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Black Donkey’s Underworld Ale.

An Ancient Irish Cave Gives Birth to a Fine Brew


In an ancient cave known locally as the “gateway to the underworld,” located near the village of Tulsk, Co. Roscommon, where legends tell of the birth of Queen Medb of Connacht, a team of scientists led by Richard Siberry, the owner of Black Donkey brewery, has gathered innovative new ingredients for an entirely new beer.

According to an article in the Irish Times, microbiologists left “wort swabs in the walls and vegetation of the cave” from which they aimed to grow and isolate native Irish yeast strains “into suitable ones for brewing.” To get ‘suitable yeast strains’, the Black Donkey brewery team and the Rathcroghan Visitor Centre formed a joint team which became known as “The Wild Yeast Chase Project” which was funded by Enterprise Ireland in conjunction with Micra Biodiagnostics and Tallaght IT.

Queen Maev. ( Public Domain )

Queen Maev. ( Public Domain )

Richard Siberry told reporters that to get into the cave you have to “slide in on your back…” and being a bit claustrophobic, Silberry said he was “certainly out of my comfort zone, but it was all in the name of good beer.” The scientists eventually succeeded in harvesting and propagating a yeast strain from “a blackberry bush just above the cave’s entrance” for use in making beer by Black Donkey brewery. It was named ‘Morrigan Strain 1’ after the Irish goddess believed to have once resided in the cave.

Oweynagat known as “Cave of the cats” Roscommon, Ireland (Image: amayodruid)

Oweynagat known as “Cave of the cats” Roscommon, Ireland (Image: amayodruid)

Ancient Brews

Chemical tests of ancient pots in what is today Iran tells archaeologists that fermentation was used to make beer as far back as around 7,000 years ago. According to a paper by the University of Pennsylvania Museum of Archaeology and Anthropology, the earliest ‘chemically confirmed’ barley beer was discovered at Godin Tepe in the central Zagros Mountains of Iran, where jug fragments dating from between 5400 and 5000 years ago were found coated with residues of beerstone, a by-product of the beer brewing process.

To get to the origins of ale making in prehistoric Europe one has to go back to the dawn of farming in the Neolithic period. According to a BBC report, at a 1980s archaeological dig at Kinloch on the Isle of Rhum, in the Outer Hebrides, a residue was discovered inside pottery remains dating back to about 2000 BC. The results of microscopic analysis detected pollen grains, which suggested “high levels of heather, and some meadowsweet and royal fern” which are all used in making beer.

Ingredients of beer in the ancient brewery of Le Cateau Cambrésis, France. (CC BY-SA 3.0)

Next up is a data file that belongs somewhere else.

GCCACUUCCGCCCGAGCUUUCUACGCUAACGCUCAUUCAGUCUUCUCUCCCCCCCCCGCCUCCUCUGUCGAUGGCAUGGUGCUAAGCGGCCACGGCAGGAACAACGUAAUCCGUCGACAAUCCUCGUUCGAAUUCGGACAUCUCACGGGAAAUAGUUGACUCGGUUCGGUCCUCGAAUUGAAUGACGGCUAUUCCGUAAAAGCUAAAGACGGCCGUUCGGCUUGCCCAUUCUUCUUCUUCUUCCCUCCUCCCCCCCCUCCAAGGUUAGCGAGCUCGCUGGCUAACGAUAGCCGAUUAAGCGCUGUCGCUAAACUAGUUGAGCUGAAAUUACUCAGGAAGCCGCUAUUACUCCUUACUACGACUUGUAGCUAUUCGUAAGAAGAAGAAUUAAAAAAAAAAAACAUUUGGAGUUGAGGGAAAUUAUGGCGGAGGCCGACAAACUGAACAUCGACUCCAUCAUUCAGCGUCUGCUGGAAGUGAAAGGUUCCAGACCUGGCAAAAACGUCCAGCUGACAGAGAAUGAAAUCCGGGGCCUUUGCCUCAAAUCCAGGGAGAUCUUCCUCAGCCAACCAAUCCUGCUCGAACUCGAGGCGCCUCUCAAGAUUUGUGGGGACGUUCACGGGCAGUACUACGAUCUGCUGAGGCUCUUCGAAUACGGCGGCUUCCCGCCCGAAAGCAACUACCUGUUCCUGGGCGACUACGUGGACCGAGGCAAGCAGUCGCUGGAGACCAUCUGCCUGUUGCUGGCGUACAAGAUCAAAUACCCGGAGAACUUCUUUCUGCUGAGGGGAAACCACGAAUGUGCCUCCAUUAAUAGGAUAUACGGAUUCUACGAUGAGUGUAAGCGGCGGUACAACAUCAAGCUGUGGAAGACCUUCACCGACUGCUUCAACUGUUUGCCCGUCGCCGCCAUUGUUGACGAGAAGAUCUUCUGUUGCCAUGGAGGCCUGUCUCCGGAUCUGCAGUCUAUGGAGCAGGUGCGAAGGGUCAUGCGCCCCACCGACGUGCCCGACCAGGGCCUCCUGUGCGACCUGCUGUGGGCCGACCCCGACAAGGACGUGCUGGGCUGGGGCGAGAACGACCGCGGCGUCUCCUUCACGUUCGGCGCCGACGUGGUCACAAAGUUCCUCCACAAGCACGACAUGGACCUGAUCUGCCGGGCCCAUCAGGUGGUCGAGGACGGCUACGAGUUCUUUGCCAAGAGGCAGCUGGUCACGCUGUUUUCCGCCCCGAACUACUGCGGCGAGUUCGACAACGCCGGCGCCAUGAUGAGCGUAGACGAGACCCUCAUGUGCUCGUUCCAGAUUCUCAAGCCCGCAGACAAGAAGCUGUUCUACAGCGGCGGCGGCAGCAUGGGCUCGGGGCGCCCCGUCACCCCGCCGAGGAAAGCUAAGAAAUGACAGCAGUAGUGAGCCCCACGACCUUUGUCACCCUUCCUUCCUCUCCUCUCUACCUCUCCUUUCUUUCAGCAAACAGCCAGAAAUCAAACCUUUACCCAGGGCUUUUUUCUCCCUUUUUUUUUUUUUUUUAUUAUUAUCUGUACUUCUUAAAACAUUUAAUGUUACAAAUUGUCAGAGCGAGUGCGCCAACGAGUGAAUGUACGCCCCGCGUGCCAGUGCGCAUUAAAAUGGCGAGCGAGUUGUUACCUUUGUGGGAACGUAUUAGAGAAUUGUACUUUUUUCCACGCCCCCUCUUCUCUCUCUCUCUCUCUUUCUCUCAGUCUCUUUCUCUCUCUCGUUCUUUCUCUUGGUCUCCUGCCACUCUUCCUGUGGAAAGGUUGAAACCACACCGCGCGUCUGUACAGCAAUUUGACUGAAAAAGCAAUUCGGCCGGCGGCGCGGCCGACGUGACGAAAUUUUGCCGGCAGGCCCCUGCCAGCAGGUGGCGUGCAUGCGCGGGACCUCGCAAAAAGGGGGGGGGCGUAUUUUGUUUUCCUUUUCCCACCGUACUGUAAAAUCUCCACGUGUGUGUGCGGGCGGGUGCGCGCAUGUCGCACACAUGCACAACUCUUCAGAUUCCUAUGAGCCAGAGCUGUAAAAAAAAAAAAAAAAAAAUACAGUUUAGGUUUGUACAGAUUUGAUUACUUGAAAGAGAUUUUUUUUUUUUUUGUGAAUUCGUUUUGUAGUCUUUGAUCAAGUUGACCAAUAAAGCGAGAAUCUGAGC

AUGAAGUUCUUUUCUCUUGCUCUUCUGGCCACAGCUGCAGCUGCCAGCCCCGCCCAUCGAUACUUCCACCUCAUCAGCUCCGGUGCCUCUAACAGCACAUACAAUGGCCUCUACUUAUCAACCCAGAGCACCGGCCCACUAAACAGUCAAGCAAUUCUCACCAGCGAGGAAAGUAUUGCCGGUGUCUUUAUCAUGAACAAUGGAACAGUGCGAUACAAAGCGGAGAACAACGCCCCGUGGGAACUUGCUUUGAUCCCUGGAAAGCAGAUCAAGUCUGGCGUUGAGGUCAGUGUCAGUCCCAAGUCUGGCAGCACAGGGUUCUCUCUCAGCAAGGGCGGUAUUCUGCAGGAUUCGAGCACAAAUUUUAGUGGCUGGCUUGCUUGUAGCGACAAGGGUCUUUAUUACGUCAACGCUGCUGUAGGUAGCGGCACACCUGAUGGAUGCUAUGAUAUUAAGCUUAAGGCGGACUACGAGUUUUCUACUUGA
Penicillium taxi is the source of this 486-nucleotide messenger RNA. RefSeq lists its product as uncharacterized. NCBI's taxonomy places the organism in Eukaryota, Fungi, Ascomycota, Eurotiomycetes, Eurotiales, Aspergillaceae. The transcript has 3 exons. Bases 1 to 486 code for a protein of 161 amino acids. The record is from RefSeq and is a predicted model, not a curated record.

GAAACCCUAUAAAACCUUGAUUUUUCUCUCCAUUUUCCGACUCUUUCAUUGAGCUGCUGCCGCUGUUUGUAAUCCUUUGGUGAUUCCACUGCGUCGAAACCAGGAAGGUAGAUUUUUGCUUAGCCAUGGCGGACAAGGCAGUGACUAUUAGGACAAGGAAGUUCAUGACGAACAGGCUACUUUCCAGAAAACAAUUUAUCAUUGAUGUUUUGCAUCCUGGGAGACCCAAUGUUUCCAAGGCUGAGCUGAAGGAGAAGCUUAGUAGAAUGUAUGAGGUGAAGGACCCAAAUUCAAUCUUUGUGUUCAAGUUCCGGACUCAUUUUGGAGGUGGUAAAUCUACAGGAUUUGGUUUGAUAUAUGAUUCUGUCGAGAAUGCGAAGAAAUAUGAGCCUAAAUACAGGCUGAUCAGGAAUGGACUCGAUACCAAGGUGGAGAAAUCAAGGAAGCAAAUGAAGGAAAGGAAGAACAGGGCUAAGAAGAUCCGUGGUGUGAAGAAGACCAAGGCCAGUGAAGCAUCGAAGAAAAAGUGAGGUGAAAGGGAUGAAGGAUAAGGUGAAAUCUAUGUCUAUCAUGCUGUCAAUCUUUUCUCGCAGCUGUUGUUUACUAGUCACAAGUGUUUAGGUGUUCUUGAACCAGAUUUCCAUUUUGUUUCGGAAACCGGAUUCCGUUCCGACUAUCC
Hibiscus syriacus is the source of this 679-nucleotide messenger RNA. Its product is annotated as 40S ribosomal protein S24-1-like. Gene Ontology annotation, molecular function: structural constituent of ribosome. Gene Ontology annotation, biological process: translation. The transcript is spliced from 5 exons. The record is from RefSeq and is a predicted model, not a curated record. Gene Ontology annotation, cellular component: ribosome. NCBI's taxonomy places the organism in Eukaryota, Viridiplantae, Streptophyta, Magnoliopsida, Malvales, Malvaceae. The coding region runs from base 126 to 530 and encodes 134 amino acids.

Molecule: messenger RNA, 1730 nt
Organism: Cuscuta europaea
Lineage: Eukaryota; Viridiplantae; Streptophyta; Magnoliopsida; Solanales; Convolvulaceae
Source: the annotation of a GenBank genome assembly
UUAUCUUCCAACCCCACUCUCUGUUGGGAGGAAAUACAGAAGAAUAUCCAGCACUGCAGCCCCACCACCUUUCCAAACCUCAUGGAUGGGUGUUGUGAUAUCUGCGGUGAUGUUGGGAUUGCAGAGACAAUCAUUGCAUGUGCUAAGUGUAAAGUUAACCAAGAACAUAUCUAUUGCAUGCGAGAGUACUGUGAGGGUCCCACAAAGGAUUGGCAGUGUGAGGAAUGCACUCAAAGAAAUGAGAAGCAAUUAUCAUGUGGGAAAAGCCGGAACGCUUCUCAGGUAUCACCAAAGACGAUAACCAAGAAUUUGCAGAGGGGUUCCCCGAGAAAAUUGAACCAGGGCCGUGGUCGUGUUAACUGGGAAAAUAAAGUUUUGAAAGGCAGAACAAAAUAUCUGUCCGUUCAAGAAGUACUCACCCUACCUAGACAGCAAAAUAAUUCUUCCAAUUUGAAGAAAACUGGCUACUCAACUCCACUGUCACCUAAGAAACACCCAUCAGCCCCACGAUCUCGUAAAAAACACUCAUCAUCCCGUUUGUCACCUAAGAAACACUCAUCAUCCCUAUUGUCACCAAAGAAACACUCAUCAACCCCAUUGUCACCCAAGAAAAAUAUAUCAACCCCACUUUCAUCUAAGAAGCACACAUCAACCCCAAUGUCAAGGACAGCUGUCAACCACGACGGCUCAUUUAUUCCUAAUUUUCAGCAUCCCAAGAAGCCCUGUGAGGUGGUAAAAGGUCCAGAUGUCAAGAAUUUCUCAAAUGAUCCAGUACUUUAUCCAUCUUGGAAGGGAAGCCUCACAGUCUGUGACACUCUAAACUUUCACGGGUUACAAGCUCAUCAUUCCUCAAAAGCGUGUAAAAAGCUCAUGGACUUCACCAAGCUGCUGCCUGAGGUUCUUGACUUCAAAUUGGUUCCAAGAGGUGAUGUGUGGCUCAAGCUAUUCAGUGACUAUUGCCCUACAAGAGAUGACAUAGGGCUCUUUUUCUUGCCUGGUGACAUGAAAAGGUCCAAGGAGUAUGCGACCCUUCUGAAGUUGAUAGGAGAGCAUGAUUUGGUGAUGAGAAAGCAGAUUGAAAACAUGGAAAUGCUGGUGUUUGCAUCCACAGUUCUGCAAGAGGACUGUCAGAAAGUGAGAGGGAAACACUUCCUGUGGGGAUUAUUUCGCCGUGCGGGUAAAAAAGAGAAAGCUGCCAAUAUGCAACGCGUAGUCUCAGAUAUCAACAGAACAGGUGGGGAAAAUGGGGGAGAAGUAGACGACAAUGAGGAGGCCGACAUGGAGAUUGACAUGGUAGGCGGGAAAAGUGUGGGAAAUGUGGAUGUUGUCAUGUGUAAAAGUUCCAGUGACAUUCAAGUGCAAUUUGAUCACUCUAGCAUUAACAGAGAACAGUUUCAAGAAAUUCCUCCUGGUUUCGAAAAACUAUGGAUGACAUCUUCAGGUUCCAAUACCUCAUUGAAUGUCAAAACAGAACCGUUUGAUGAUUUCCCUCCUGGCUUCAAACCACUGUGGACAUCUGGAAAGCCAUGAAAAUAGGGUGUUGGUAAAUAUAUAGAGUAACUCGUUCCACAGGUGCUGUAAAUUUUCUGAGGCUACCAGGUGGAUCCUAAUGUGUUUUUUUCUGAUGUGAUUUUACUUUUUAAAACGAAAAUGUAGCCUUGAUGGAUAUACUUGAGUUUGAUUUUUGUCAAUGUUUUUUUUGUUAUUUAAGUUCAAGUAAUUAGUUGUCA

Ingredients of beer in the ancient brewery of Le Cateau Cambrésis, France. (CC BY-SA 3.0)

Traces of beer ingredients were also found in Neolithic beakers at Aberdeenshire and Fife and “heat-crazed stones and large pots” found at Skara Brae Neolithic village on the Orkney islands, north-east of Scotland, dating back to 3000 BC. Local archaeologist Merryn Dineley believes that the pottery at Skara Brae was once used for heating malt, “the germinated and heated cereal grains that ferment to produce alcohol.”

Something a Bit Stronger

Evidence suggests Neolithic man liked a proper ‘punch in his pint’ for in the brew at Skara Brae scientists also discovered “henbane, hemlock, meadowsweet, and nightshade.” Henbane causes optical illusions and feelings of weightlessness and flight and for these properties it was a common component in witches' flying potions. Nightshade, or Belladonna, induced delirious hallucinations and was administered to women accused of being witches during the medieval Inquisition, to coax them into confessing.

Beer and Dating Difficulties

However, ‘conclusively establishing’ that alcohol was brewed and drunk as far back as the Neolithic is “extraordinarily difficult if not almost impossible,” according to Jessica Smyth, an archaeologist and chemist at University College Dublin. Smyth told reporters at The BBC that the “chemical analysis of residues can never provide complete proof that an alcoholic beverage was once held in a vessel.” Furthermore, she added, “Consider calcium oxalate, which is often cited as evidence for alcohol because it is a by-product of the brewing process. "Mineral salts are extremely common," said Smyth. "You just can't say that that is definitely part of an ancient brewing process.”

Today, the brewing industry has become a global business, dominated by a handful of multinational companies and hundreds of thousands of smaller producers ranging from brewpubs to microbreweries. A Research And Markets report recently published that “more than 133 billion liters (35 billion gallons) of beer are sold per year producing total global revenues of $294.5 billion (£147.7 billion) in 2006.”

What is inspirational in all this, is that to get a slice of the £147.7 billion pie, an enterprising guy from Ireland, Richard Siberry, got his finger out and put together a team of scientists, funding bodies and food and drink associations, then crawled into a cave to get the edge on his competition.

Now that, is enterprising, and deserves a pint!

Top image: Black Donkey’s Underworld Ale. Source: Irish Times

By Ashley Cowie

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Ashley is a Scottish historian, author, and documentary filmmaker presenting original perspectives on historical problems in accessible and exciting ways.

He was raised in Wick, a small fishing village in the county of Caithness on the north east coast of... Read More

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